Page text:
Healthcare Information Security


Enabling Providers to Use Truly HIPAA Compliant Email

Direct messaging is increasing in popularity, but how exactly does it tie into HIPAA compliant email and what should providers understand before implementing it?

Source: Thinkstock

As technology continues to evolve, healthcare organizations of all sizes are working to remain current in what they can offer to providers and patients while also keeping PHI secure. Covered entities now have various options of communication, and HIPAA compliant email is often a necessity.

However, healthcare organizations cannot assume that any form of email communication will in fact keep PHI secure and adhere to HIPAA regulations. Even third parties are not always exempt from HIPAA compliance as they communicate with healthcare organizations.

As Linda McReynolds, Esq. & Ronald Quirk, Esq. explained in a contribution, it is important to understand the difference between companies that offer a “mere conduit” service and an actual business associate.

“Entities that provide 'mere conduit' service are excluded from HIPAA liability,” McReynolds wrote. “The mere conduit exemption applies to telecom or information services that exclusively provide transmission or temporary storage of transmitted data incident to such transmission. This includes entities such as internet service providers (ISPs) and paging carriers.”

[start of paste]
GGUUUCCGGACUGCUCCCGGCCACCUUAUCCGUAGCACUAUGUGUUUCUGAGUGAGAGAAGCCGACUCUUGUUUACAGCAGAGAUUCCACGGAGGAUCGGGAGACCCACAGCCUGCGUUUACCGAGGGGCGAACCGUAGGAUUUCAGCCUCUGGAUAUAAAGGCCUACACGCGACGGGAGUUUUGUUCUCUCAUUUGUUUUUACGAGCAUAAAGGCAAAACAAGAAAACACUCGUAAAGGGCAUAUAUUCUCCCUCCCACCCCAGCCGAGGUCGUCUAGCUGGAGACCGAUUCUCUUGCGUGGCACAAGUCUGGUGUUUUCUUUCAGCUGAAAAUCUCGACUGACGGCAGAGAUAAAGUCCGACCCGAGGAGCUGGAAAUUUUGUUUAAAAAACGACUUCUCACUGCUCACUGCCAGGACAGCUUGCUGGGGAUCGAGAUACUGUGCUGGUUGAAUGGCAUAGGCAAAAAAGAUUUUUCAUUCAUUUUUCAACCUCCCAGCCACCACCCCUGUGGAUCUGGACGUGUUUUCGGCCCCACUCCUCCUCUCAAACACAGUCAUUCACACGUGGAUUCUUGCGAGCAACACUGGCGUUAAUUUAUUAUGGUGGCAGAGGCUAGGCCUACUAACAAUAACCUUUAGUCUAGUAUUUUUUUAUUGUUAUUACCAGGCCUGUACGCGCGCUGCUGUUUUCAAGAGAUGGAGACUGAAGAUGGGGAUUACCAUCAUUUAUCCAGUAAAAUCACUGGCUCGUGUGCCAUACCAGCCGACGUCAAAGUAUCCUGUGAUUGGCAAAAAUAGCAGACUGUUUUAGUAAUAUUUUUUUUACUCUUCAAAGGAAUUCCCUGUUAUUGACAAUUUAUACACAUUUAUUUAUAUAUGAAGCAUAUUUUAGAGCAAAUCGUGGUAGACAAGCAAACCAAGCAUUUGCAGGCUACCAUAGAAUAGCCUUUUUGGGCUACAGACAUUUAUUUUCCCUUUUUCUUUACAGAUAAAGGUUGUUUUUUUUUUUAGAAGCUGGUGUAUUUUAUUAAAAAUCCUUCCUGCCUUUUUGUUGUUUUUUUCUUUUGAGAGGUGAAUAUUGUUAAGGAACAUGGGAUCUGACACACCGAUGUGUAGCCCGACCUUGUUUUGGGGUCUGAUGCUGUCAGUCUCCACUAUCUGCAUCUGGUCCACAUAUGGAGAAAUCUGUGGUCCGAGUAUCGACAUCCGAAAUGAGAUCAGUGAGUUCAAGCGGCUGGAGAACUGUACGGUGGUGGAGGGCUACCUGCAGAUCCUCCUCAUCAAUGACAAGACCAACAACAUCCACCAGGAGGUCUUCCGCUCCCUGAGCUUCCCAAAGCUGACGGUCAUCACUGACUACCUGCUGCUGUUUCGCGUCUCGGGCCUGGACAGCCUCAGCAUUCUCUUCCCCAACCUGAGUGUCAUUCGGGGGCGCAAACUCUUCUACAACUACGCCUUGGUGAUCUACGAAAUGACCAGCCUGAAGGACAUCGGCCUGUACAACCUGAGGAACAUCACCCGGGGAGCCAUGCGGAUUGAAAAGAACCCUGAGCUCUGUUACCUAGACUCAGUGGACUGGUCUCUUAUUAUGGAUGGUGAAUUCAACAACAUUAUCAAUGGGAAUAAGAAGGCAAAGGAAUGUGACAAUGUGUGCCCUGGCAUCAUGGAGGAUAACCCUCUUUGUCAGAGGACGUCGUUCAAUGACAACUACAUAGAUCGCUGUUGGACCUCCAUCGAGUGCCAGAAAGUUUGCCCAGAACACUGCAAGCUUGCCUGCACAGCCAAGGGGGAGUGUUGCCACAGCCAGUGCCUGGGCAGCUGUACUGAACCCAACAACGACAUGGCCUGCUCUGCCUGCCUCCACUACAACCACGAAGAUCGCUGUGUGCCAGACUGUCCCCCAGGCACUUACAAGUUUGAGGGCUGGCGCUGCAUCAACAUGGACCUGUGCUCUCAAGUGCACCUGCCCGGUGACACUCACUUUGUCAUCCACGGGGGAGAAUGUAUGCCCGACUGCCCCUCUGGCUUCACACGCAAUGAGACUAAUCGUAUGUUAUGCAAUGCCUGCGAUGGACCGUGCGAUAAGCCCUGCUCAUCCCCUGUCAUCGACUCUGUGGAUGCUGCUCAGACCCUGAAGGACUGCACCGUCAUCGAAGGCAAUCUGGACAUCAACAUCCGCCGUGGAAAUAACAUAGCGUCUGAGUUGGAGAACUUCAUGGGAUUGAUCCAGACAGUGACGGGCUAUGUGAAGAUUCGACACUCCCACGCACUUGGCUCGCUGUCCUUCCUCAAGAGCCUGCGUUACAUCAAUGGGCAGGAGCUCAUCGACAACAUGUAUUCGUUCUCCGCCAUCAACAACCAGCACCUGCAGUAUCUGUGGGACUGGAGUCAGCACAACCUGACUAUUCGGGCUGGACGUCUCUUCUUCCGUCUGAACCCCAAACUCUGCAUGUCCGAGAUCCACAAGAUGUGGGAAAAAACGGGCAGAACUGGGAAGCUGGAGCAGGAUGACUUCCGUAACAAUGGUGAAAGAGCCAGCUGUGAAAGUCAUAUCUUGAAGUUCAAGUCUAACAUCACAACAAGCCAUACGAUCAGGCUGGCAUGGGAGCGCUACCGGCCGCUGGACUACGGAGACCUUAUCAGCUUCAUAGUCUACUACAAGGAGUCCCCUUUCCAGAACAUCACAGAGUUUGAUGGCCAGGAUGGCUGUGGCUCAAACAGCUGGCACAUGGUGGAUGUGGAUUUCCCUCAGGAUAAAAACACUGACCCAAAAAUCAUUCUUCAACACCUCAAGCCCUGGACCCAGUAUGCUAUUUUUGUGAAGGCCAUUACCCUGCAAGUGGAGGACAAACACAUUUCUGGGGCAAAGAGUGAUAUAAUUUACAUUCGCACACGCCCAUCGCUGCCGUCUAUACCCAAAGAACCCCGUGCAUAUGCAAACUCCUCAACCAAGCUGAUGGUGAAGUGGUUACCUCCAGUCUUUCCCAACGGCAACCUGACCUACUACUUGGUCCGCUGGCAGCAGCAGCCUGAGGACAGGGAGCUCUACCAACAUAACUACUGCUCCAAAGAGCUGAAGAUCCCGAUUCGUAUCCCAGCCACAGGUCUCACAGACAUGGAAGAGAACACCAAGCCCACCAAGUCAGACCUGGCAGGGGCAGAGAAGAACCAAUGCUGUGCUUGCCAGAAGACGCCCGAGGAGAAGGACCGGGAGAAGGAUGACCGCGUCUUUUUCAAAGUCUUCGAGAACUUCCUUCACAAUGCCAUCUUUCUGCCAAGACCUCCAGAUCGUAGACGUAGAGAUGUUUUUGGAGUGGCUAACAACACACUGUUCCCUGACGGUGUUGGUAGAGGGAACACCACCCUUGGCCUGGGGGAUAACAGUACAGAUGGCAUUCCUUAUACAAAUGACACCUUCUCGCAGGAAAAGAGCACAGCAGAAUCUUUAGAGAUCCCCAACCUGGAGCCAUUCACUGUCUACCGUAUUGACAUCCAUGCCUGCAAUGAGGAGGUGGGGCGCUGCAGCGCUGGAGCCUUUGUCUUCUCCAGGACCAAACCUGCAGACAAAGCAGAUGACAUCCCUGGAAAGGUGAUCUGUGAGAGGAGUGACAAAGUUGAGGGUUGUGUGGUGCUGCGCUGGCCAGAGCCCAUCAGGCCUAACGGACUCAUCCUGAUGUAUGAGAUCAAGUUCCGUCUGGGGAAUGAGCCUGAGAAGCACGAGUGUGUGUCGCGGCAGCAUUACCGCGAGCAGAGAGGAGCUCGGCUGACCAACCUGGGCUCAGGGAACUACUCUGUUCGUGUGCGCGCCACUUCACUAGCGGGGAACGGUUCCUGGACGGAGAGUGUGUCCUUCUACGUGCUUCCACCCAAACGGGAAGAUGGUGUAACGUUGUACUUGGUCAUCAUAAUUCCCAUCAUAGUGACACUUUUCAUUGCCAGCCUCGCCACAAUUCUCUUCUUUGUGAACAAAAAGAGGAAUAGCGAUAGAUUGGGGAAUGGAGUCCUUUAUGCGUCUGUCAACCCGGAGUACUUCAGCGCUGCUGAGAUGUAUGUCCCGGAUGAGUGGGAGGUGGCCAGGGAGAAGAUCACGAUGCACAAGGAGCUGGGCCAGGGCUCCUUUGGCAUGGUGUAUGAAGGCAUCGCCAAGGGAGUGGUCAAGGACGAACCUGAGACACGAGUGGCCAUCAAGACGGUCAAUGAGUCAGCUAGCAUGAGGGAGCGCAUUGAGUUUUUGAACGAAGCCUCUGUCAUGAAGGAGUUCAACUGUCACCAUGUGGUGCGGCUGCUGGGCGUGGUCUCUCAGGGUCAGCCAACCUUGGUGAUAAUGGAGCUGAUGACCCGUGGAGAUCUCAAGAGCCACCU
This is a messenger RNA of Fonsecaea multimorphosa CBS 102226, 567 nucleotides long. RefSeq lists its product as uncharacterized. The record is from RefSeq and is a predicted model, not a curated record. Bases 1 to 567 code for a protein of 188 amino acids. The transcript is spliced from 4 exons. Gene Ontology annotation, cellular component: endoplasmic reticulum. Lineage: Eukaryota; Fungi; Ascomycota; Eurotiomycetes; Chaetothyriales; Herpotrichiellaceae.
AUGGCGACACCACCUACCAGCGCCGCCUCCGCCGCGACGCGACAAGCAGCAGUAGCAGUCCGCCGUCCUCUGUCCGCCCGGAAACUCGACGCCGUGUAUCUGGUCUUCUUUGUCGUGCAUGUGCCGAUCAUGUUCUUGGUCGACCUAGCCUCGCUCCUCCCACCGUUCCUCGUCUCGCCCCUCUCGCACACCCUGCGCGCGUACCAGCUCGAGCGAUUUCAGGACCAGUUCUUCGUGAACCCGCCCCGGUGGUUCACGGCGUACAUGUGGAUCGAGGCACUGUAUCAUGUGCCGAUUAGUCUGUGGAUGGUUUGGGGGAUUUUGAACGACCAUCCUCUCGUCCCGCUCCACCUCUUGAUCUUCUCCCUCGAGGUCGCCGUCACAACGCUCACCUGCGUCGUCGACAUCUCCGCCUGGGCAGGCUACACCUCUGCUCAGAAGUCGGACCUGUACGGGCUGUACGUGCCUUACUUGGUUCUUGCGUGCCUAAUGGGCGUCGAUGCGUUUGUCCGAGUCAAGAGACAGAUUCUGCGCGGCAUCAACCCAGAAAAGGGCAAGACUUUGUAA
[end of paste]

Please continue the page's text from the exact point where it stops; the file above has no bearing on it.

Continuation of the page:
They key difference is the transient versus persistent nature of the opportunity to view the PHI.

“To qualify as a conduit, a service provider must ensure that PHI is only temporarily stored,” she explained. “It is irrelevant whether the service provider actually views the PHI.”

Healthcare organizations and business associates cannot assume that all forms of email are in fact HIPAA compliant email.

Healthcare institutions need to get serious about meeting their employees' needs and providing a secure, internal messaging platform

A study by Infinite Convergence Solutions, Inc. found that most healthcare organizations use secure messaging platforms that are not HIPAA compliant. However, the majority of respondents reported using email as their preferred channel of business communication, followed by mobile messaging and then voice calls. 

When asked why they preferred email, those surveyed said they would rather compose an email or make a phone call, they do not like that mobile messaging leaves no paper trail, and that they do not think it is as secure as email or phone calls.

“Healthcare institutions need to get serious about meeting their employees' needs and providing a secure, internal messaging platform that not only allows HIPAA compliance, but also replaces outdated communication systems, like pagers, in order to increase productivity and serve patients faster,” Infinite Convergence Solutions CEO Anurag Lal said in a statement.